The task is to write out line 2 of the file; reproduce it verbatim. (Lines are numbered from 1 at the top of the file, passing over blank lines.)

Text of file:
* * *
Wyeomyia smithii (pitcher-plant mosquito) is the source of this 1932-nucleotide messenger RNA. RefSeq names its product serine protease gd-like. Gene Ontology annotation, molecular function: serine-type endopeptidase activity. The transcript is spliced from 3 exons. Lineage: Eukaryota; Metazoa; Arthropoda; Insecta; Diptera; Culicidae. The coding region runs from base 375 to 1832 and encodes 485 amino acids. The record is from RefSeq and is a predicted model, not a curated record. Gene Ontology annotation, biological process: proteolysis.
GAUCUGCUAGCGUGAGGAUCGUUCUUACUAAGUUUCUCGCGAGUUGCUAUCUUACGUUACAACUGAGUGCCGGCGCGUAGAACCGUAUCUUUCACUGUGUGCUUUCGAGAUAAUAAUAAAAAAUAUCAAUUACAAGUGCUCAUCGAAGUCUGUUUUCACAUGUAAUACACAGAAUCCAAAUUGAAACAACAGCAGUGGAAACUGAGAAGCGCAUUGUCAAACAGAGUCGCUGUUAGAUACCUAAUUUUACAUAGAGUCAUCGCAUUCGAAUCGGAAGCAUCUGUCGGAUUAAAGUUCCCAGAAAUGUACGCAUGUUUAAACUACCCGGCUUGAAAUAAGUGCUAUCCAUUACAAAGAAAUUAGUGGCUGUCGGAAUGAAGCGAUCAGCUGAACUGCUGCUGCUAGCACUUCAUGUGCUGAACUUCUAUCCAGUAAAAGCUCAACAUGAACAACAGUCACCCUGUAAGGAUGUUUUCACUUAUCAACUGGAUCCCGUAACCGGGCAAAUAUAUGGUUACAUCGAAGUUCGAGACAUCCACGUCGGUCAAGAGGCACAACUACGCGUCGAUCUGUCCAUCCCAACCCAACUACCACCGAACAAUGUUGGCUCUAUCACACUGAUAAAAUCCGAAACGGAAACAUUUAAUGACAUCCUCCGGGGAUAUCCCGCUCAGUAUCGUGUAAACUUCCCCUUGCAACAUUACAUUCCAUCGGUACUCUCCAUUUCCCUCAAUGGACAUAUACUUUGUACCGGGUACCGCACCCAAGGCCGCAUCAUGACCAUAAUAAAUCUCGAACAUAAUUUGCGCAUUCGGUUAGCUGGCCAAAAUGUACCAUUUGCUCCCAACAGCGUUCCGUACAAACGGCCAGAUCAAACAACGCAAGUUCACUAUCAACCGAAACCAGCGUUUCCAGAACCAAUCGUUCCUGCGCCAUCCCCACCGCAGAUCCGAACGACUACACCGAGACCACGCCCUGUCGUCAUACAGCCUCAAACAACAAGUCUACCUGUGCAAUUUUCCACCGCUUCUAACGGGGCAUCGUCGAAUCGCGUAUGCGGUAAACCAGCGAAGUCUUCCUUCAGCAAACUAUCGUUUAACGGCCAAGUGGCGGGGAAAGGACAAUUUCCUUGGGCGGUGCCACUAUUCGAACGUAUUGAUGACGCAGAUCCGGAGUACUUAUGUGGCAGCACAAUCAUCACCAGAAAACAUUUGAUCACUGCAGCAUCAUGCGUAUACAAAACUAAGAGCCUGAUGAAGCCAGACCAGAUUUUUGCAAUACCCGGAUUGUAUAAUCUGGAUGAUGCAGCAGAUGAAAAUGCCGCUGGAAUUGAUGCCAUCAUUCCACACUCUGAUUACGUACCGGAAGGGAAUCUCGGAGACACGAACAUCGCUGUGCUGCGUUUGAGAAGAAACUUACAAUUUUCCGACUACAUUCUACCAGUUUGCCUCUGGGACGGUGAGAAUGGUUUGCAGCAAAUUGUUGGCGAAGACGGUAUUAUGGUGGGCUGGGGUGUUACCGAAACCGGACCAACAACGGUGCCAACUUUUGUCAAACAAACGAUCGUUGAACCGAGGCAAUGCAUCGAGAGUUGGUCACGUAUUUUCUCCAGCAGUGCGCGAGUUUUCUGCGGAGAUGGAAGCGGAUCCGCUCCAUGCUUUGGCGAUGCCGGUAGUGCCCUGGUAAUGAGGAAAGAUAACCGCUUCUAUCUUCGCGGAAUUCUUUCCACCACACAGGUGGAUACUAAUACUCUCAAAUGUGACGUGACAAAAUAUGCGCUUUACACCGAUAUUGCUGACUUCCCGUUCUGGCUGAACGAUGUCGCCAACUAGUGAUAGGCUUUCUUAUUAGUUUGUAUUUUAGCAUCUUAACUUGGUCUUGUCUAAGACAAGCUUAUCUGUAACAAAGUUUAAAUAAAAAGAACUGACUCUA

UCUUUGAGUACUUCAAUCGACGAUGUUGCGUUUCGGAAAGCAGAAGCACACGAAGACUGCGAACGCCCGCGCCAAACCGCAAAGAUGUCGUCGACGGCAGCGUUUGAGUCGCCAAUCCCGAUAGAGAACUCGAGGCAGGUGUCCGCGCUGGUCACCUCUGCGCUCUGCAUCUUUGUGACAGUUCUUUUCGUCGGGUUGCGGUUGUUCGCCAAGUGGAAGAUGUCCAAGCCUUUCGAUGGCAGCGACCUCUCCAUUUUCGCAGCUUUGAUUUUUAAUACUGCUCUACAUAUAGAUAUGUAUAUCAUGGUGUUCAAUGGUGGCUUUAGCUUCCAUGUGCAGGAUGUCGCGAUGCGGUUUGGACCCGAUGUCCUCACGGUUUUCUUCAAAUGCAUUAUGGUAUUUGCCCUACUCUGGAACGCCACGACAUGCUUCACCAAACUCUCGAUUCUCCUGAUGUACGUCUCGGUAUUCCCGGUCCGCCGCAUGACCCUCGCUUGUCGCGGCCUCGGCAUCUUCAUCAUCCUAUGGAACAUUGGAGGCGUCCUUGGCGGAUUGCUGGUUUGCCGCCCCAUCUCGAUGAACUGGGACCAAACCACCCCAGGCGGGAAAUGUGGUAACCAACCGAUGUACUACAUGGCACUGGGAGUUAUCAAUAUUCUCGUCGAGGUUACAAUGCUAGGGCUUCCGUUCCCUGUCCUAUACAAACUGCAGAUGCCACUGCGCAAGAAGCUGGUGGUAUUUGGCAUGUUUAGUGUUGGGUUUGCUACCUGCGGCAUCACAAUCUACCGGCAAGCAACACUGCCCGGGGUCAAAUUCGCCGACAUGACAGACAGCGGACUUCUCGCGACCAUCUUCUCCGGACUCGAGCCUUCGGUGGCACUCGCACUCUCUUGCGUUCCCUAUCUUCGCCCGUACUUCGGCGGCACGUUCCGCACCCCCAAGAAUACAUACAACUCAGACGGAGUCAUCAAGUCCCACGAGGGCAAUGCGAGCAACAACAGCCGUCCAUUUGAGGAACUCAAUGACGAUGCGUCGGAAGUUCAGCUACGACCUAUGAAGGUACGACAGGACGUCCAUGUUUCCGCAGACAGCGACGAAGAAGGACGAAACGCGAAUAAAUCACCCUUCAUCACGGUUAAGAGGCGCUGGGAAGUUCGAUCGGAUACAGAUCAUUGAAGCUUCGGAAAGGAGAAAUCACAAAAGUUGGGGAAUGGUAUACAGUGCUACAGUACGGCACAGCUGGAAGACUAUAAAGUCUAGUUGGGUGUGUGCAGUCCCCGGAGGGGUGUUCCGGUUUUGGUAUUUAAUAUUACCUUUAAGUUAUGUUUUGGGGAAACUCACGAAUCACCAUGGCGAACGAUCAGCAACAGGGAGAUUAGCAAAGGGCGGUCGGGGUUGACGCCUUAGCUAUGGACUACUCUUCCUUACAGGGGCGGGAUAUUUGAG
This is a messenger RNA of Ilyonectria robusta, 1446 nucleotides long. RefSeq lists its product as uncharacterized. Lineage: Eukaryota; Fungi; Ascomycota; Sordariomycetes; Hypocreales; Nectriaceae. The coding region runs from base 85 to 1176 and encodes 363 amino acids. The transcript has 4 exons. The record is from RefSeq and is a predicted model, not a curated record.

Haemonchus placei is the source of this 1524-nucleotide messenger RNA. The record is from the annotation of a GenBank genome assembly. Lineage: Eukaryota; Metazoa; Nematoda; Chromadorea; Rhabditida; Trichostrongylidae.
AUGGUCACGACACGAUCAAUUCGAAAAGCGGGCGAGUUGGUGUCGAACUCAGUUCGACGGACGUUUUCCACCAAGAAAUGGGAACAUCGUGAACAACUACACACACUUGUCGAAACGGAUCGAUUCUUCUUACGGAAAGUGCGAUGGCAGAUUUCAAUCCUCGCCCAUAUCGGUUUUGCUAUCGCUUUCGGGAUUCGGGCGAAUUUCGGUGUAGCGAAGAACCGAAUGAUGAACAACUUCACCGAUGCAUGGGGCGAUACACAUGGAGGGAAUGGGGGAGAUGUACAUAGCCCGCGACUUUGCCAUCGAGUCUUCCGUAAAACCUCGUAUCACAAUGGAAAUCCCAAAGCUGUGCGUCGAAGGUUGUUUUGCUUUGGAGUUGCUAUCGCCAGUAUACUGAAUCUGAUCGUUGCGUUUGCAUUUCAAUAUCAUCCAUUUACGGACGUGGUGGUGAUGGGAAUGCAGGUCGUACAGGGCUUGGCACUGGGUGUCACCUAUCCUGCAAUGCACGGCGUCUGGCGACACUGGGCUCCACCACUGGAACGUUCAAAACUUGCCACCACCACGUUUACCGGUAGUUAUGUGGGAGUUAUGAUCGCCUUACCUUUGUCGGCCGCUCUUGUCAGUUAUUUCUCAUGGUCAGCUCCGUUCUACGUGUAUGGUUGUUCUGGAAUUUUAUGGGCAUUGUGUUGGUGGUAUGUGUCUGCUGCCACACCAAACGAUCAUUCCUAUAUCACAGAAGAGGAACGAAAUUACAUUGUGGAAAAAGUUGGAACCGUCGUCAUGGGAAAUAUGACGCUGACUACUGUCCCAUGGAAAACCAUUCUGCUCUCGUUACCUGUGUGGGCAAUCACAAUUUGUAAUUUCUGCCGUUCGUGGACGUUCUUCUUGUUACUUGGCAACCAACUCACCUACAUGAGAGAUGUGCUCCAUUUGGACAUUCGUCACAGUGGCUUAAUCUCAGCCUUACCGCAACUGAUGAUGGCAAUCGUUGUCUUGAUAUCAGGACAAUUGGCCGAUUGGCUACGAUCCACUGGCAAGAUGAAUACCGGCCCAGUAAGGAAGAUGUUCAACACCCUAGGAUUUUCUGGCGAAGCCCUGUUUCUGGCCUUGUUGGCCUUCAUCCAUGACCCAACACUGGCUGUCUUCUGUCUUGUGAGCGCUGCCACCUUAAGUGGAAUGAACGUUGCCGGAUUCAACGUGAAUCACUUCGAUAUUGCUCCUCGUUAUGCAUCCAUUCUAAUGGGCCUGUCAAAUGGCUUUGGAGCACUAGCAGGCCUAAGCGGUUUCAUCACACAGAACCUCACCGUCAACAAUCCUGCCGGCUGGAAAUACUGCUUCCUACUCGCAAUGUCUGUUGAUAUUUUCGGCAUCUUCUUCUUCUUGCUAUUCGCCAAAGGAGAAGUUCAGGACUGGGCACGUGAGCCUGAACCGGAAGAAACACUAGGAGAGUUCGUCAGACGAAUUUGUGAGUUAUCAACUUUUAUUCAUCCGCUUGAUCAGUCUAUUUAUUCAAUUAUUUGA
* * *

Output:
GAUCUGCUAGCGUGAGGAUCGUUCUUACUAAGUUUCUCGCGAGUUGCUAUCUUACGUUACAACUGAGUGCCGGCGCGUAGAACCGUAUCUUUCACUGUGUGCUUUCGAGAUAAUAAUAAAAAAUAUCAAUUACAAGUGCUCAUCGAAGUCUGUUUUCACAUGUAAUACACAGAAUCCAAAUUGAAACAACAGCAGUGGAAACUGAGAAGCGCAUUGUCAAACAGAGUCGCUGUUAGAUACCUAAUUUUACAUAGAGUCAUCGCAUUCGAAUCGGAAGCAUCUGUCGGAUUAAAGUUCCCAGAAAUGUACGCAUGUUUAAACUACCCGGCUUGAAAUAAGUGCUAUCCAUUACAAAGAAAUUAGUGGCUGUCGGAAUGAAGCGAUCAGCUGAACUGCUGCUGCUAGCACUUCAUGUGCUGAACUUCUAUCCAGUAAAAGCUCAACAUGAACAACAGUCACCCUGUAAGGAUGUUUUCACUUAUCAACUGGAUCCCGUAACCGGGCAAAUAUAUGGUUACAUCGAAGUUCGAGACAUCCACGUCGGUCAAGAGGCACAACUACGCGUCGAUCUGUCCAUCCCAACCCAACUACCACCGAACAAUGUUGGCUCUAUCACACUGAUAAAAUCCGAAACGGAAACAUUUAAUGACAUCCUCCGGGGAUAUCCCGCUCAGUAUCGUGUAAACUUCCCCUUGCAACAUUACAUUCCAUCGGUACUCUCCAUUUCCCUCAAUGGACAUAUACUUUGUACCGGGUACCGCACCCAAGGCCGCAUCAUGACCAUAAUAAAUCUCGAACAUAAUUUGCGCAUUCGGUUAGCUGGCCAAAAUGUACCAUUUGCUCCCAACAGCGUUCCGUACAAACGGCCAGAUCAAACAACGCAAGUUCACUAUCAACCGAAACCAGCGUUUCCAGAACCAAUCGUUCCUGCGCCAUCCCCACCGCAGAUCCGAACGACUACACCGAGACCACGCCCUGUCGUCAUACAGCCUCAAACAACAAGUCUACCUGUGCAAUUUUCCACCGCUUCUAACGGGGCAUCGUCGAAUCGCGUAUGCGGUAAACCAGCGAAGUCUUCCUUCAGCAAACUAUCGUUUAACGGCCAAGUGGCGGGGAAAGGACAAUUUCCUUGGGCGGUGCCACUAUUCGAACGUAUUGAUGACGCAGAUCCGGAGUACUUAUGUGGCAGCACAAUCAUCACCAGAAAACAUUUGAUCACUGCAGCAUCAUGCGUAUACAAAACUAAGAGCCUGAUGAAGCCAGACCAGAUUUUUGCAAUACCCGGAUUGUAUAAUCUGGAUGAUGCAGCAGAUGAAAAUGCCGCUGGAAUUGAUGCCAUCAUUCCACACUCUGAUUACGUACCGGAAGGGAAUCUCGGAGACACGAACAUCGCUGUGCUGCGUUUGAGAAGAAACUUACAAUUUUCCGACUACAUUCUACCAGUUUGCCUCUGGGACGGUGAGAAUGGUUUGCAGCAAAUUGUUGGCGAAGACGGUAUUAUGGUGGGCUGGGGUGUUACCGAAACCGGACCAACAACGGUGCCAACUUUUGUCAAACAAACGAUCGUUGAACCGAGGCAAUGCAUCGAGAGUUGGUCACGUAUUUUCUCCAGCAGUGCGCGAGUUUUCUGCGGAGAUGGAAGCGGAUCCGCUCCAUGCUUUGGCGAUGCCGGUAGUGCCCUGGUAAUGAGGAAAGAUAACCGCUUCUAUCUUCGCGGAAUUCUUUCCACCACACAGGUGGAUACUAAUACUCUCAAAUGUGACGUGACAAAAUAUGCGCUUUACACCGAUAUUGCUGACUUCCCGUUCUGGCUGAACGAUGUCGCCAACUAGUGAUAGGCUUUCUUAUUAGUUUGUAUUUUAGCAUCUUAACUUGGUCUUGUCUAAGACAAGCUUAUCUGUAACAAAGUUUAAAUAAAAAGAACUGACUCUA